Today I thought the season of glad songs had finally arrived but no after a few sprinkles the dark clouds disappeared and once again there were sunny skies. As you drive along the dusty roads a common sight is herds of cattle with the drovers who have been on the road for months. Nowadays they bring horse floats and sleep in them overnight. It is an effort to find what is beautiful in life however it is there if you look ever so carefully you can find it in the land you love.
Though there is drought, I am surprised by the number of birds around. The usual flocks of galahs and corellas and of course the noisy miners and the friar birds who stay ever so close to you. The doves are cooing, the green parrots swoop by every now and then and you see the odd cuckoo, bustard or plover – hopefully, the latter won’t lay their eggs in my paddock. Now that winter is here it is often warmer outside in the sun where I sit for the lunch break. Instead of watching clouds I am watching crows and have decided that they are really smart birds. I watch them carry chip packets, foam cups which they try to drink from and even small apples. The galahs despise them and try to force them out the trees. Forgot to say about the magpies and peewees which Minnie the dog objects to and is usually chasing them and the 10-20 large roos in the yard which have devoured all the gazanias.
Then this happened:-
There was movement in the church, and the word was passed around
That the Bishop from Toowoomba town would pass this way
To join Sacred Heart Community – on the dry and dusty ground
So many folks had gathered to celebrate that day.
It was a grand night when we welcomed Bishop Robert for the Confirmation and Communion of 5 children and the Confirmation of 3 adults. The children processed down the aisle playing the maracas – I didn’t have a spare one for the Bishop. Both grandmothers of one of the children were confirmed as well as long-time resident and Nurse Judy Henning. Family and friends came to celebrate the occasion. Judy’s daughter had come from Townsville to be her mother’s sponsor and was accompanied by her small son Oscar. He became a little restless, so his mother took him outside.
One of the adults jumped from their seat to be Judy’s sponsor however just as the Bishop was about to anoint Judy the daughter ran down the aisle and skidded to a halt in front of the Bishop. We all laughed. The best-laid plans don’t always succeed but we are sure that the happy memory of this celebration will stay with is for some time. The community was also delighted to extend their hospitality to two friends of the Bishop who were visiting the west for the first time.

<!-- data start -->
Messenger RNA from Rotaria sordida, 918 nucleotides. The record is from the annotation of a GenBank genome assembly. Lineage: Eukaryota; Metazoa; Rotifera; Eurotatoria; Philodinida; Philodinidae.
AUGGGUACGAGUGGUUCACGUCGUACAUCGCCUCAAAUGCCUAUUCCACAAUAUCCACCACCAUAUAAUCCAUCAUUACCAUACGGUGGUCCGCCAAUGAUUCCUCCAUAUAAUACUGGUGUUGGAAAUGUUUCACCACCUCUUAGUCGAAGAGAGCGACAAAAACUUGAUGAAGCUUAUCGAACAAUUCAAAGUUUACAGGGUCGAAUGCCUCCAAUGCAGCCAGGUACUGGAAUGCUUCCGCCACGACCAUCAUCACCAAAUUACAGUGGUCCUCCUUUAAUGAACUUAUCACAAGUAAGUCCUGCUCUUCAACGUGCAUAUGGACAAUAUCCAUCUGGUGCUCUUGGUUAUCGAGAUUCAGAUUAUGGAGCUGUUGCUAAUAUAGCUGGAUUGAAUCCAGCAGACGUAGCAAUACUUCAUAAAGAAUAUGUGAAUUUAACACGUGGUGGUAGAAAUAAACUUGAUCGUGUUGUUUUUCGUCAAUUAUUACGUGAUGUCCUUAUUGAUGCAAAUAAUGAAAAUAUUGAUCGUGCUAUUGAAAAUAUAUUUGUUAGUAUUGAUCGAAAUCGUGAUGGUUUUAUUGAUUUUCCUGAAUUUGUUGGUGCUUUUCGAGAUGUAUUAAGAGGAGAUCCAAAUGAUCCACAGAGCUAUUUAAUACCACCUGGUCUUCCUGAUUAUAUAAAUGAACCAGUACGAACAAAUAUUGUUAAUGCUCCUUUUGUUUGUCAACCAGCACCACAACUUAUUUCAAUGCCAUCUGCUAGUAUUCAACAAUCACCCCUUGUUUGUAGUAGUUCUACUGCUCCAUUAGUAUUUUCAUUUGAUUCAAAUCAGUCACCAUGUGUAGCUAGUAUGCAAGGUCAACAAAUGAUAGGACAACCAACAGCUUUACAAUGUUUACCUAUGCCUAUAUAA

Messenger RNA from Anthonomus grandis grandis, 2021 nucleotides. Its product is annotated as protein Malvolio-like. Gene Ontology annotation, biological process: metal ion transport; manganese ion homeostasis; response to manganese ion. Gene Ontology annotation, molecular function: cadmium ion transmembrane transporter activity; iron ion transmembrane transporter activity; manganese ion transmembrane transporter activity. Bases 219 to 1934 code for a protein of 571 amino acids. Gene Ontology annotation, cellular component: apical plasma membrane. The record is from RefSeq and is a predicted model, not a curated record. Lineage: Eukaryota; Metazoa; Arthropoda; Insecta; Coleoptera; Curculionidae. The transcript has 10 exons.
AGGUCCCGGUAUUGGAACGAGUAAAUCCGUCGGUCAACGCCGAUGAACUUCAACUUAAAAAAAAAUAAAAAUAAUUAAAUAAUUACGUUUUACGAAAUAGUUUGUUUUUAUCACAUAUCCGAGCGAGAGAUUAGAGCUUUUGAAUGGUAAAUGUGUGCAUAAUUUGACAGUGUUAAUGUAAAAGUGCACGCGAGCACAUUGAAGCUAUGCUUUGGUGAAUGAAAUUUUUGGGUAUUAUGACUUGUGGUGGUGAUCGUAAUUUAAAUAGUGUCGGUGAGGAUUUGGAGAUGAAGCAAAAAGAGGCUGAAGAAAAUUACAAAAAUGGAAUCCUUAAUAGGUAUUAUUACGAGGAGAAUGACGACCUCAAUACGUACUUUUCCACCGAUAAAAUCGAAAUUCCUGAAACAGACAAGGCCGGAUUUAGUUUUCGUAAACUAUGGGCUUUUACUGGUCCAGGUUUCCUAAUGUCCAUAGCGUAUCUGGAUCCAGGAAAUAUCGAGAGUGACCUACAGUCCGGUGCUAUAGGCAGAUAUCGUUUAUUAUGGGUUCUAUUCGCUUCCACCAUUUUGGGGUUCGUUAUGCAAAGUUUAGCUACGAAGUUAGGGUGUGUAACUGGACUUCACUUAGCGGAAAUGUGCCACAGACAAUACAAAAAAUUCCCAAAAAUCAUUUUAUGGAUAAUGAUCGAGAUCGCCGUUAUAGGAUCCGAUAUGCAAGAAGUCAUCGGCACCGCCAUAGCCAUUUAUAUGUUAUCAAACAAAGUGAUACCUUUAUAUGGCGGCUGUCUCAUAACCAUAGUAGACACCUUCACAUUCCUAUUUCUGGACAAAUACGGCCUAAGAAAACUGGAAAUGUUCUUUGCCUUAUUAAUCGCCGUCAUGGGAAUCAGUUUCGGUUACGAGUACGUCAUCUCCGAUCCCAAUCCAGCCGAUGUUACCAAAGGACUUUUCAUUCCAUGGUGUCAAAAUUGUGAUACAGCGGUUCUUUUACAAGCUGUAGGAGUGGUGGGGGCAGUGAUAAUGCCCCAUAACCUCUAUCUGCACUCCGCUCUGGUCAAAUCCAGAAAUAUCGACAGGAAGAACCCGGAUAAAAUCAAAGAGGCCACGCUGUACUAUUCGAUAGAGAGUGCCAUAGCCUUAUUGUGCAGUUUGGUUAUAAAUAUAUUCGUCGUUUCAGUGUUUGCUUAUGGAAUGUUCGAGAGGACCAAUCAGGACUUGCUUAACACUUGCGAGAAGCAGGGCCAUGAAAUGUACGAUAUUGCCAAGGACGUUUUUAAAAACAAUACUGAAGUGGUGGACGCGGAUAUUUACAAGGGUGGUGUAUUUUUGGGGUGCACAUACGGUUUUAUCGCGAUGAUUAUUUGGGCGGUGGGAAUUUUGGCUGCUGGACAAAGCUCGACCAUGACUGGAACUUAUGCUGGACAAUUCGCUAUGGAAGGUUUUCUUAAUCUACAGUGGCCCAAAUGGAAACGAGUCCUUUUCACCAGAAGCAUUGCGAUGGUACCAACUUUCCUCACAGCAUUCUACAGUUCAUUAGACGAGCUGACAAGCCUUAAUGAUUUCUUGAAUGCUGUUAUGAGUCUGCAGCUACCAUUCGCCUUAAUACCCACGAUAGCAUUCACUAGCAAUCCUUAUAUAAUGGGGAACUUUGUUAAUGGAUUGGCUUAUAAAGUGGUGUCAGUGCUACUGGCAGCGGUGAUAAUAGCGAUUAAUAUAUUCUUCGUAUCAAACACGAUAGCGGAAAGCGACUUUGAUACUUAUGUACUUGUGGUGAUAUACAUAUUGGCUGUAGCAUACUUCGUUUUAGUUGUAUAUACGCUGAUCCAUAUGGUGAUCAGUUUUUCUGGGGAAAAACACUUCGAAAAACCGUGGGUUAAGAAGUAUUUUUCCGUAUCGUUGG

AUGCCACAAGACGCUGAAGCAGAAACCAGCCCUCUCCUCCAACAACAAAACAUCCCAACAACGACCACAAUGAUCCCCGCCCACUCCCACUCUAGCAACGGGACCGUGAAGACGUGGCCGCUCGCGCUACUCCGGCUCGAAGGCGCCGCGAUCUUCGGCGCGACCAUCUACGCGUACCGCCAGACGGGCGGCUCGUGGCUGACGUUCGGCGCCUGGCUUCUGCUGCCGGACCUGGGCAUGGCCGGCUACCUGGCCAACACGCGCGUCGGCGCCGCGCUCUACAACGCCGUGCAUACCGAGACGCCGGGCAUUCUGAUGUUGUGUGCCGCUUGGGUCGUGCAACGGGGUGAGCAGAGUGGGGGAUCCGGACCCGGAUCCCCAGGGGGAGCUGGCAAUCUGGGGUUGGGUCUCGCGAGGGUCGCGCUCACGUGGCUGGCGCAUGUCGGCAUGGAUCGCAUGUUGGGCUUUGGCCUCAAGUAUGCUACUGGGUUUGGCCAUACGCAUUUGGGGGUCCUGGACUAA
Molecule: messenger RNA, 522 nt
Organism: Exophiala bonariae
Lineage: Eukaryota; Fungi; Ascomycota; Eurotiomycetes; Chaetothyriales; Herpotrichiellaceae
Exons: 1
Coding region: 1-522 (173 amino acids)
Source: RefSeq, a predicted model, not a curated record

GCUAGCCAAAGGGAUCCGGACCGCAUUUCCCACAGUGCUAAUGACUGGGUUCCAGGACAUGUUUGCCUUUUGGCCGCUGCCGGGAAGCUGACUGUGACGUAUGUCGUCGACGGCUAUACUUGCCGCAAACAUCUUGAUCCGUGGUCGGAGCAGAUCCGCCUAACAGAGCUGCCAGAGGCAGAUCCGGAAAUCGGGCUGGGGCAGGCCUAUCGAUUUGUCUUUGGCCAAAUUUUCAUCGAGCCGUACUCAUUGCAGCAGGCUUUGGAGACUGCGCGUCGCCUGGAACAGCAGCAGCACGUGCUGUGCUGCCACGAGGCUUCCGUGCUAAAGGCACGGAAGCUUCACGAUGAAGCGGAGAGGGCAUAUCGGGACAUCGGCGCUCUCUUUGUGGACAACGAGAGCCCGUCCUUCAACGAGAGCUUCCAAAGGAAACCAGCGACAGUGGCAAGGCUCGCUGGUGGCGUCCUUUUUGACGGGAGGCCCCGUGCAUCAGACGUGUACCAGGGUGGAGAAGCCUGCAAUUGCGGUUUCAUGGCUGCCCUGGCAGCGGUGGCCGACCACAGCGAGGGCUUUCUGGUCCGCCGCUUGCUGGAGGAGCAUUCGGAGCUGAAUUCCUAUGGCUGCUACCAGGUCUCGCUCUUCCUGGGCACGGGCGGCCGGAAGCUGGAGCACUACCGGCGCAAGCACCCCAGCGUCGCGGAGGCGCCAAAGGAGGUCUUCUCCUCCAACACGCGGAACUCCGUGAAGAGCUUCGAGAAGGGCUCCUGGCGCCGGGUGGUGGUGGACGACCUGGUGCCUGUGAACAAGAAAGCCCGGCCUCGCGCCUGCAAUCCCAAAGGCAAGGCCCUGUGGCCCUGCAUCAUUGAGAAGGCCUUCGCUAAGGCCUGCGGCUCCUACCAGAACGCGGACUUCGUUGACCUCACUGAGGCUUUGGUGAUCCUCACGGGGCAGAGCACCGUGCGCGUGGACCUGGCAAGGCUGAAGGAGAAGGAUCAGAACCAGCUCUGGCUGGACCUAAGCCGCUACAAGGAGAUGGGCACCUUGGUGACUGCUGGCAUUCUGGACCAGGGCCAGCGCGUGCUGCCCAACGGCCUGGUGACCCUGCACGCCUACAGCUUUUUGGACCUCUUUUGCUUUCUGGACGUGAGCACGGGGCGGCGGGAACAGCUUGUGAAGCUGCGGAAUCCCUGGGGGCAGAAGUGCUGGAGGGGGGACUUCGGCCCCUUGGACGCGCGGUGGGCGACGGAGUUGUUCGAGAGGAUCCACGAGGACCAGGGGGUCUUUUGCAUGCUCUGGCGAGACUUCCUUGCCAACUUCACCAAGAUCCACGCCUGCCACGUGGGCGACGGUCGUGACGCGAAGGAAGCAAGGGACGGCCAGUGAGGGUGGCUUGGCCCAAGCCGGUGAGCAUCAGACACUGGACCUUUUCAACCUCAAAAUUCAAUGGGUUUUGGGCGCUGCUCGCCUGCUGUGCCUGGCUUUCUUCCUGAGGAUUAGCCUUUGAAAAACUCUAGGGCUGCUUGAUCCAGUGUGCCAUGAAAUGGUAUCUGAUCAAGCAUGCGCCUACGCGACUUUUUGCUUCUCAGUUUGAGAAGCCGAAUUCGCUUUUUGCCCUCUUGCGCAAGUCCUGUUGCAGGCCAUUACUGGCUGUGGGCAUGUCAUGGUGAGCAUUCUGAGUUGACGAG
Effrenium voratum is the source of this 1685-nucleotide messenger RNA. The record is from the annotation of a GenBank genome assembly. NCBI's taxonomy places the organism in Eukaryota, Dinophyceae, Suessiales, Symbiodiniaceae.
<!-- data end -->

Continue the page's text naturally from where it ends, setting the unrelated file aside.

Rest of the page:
It was also a time to congratulate the participants of a course conducted some weeks previously by John Briffa, the Liturgy Person for the diocese. John had expertly led four parishioners through a ‘how to’ for funerals and as well an update on leading a Liturgy of the Word with communion. We are preparing for the church of the future where the lay people will take a very active role.
This month the community was overjoyed to welcome Carolyn, the Administration Officer from the school into full communion with the Catholic Church. Carolyn has worshipped at Sacred Heart Cunnamulla for many years and I said to her after the Confirmation where she assisted me so competently, “You are the most Catholic Non-Catholic I know”. She then mentioned that she wanted to be a Catholic, so it was organised and during the same service Fr Peter baptised Brooke, daughter of Cara and Ben with their friend Carolyn as the godmother.
This year Cunnamulla celebrates 150 years a town and there are several events planned from November 8-11. The celebration concludes with the Armistice Day service. The committee has fund-raising events from time to time. Jan Gorrie, fund-raiser par excellent, suggested that the Catholic ladies of the town needed to show their support by organising a cake stall. Over three hours an extraordinary amount of money was collected. This is one way we can show that we are open to being an ecumenical presence. Currently, we are working on a contribution to the memory quilt and perhaps a float in the show.
The opal shop is closing its doors and so I went in to see if there were any bargains I could speak about to friends. I thought I saw something familiar about the hides on the large table – yes dingo hides going to $300. Always plenty of surprises in this place. Now I need to finish this letter as I need to prepare for the arrival of five guests who will come to visit the shop they donate clothes to and allow us to thank them in some small way for their kindness.
My prayer for you is – May your cup overflow with peace, love and pure awesomeness today.
Sr Maureen Andrews MFIC (Missionary Franciscan of the Immaculate Conception) is the Pastoral Leader at Sacred Heart Church, Cunnamulla in Queensland.
*Cunnamulla is located 972 km west of Brisbane and 120 km north of the NSW border, Cunnamulla is the administrative centre for the vast Paroo Shire. The town of Cunnamulla, which is the largest of the four towns in the Paroo Shire, is situated on the banks of the Warrego River and is the southern starting point on the Matilda Highway. Other towns include Wyandra, Eulo and Yowah. The population of about 1500 is an integrated community of indigenous and non-indigenous people. Cunnamulla is known for its famous character the Cunnamulla Fella, brought to life by Stan Coster lyrics and later immortalised in song by the late Slim Dusty.
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